Tag Archive: domestic abuse

It’s the little things…

Life’s been insane. I started working almost full-time at a local convenience store chain. Escaped my abuser’s home (and yes, I came to terms with the fact that it was abuse, in the past year).

In that time, I’ve been writing. I’ve been competing, too. Remember that writing competition on LJ I waxed poetic about? Well, season 9 started back in… March?

It’s still going.

We’re like three weeks or so away from reaching the top 50.

And I am clawing my way into that coveted range of people. My true goal is Top 25.

In the past year, I’ve split up my Tomorrow Trilogy into three separate books, each with their own separate story lines and casts. Gray Morning is still titled that — Gray Morning. Ryan (previously Ryin) has his own world to play in, and so does Jordine and the Hooban race.

I’ve written several new short stories I intend to try and push out into the world.

And my erotica writing has, sadly, ground to a halt. I intend to resume it, and I’m editing all five pieces for Say What You Want to publish as a single book — but I am debating on adding another “bonus” chapter to the end. My muses want to, and I think it might benefit the story if I did, but finding the energy to write that much unabashed smut right now is difficult.

My life, right now, is so much better than it was a year ago. And while I’m not writing as much as I used to, I’m still writing, and I’m piecing together a new draft for Gray Morning. Behold, a little of what I have cobbled together, today:

“Where were you?” Savin growled once the door shut behind him. “The Empire’s been fucking falling apart –”

“I know,” Jazz murmured, frowning.

“They think you’re dead!” Savin shouted, throwing his keys down on the little stand beside his door. He tugged off his jacket and tossed it aside, storming past Jazz once he slipped his shoes off his feet.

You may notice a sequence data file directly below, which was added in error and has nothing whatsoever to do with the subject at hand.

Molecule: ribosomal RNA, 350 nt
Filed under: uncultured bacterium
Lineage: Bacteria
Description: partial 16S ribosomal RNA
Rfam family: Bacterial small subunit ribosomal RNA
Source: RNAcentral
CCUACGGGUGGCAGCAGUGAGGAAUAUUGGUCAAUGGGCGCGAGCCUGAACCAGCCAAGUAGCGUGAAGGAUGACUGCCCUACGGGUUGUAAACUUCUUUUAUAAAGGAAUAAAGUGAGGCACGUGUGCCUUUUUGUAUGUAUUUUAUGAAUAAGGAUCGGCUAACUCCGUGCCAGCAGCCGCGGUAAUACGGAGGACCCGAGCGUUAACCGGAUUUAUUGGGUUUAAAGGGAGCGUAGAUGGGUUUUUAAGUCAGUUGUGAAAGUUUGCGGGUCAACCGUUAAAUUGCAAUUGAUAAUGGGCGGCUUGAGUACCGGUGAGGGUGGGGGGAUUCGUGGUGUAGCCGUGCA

“I know,” Jazz whispered, his voice quiet and subdued.

“They think I did it!” Savin turned sharply on his heel, running his fingers through his hair. “Do you know how long it took for them to let me go back to my job? Fucking Amelia kept an eye on me for at least a month — I almost got fired — I –” He cut himself off, noticing the look on Jazz’s face.

“Do you blame them?” Jazz asked, his back nearly to the door, his lip caught underneath his teeth. “You did tell them what happened, right?”

Savin paused, the anger having been sucked from his lungs. He frowned and looked away from Jazz. “No,” he said, shaking his head. “They only wanted to know where you were — and since I didn’t know…”

Jazz nodded, still chewing on his bottom lip as he turned his gaze towards the floor. “I’m sorry,” he whispered. “I just — I couldn’t do it anymore.”

“I don’t care,” Savin said, turning on his heel and waving his hand dismissively in the air. He kept talking as he moved towards his bedroom, tugging his top over his shoulders as he walked. “I really fucking don’t, okay? You left, and my life nearly fucking fell apart, and I don’t give a shit anymore.”

He slammed his bathroom door behind him and shed the rest of his clothes. He needed a shower. Needed to get away and just forget that Jazz was even there. In his apartment. Alive. And apparently no worse for wear, even after the past six months, and —

Savin shut off the water and tugged his jeans back over his waist. Anger filled him again, and he marched out of the bathroom, arms folded over his bare chest. “Where the fuck where you, anyway?” he snapped, his nails digging into his upper arms. “You’re the fucking Emperor — how could you just abandon your whole fucking Empire like that?”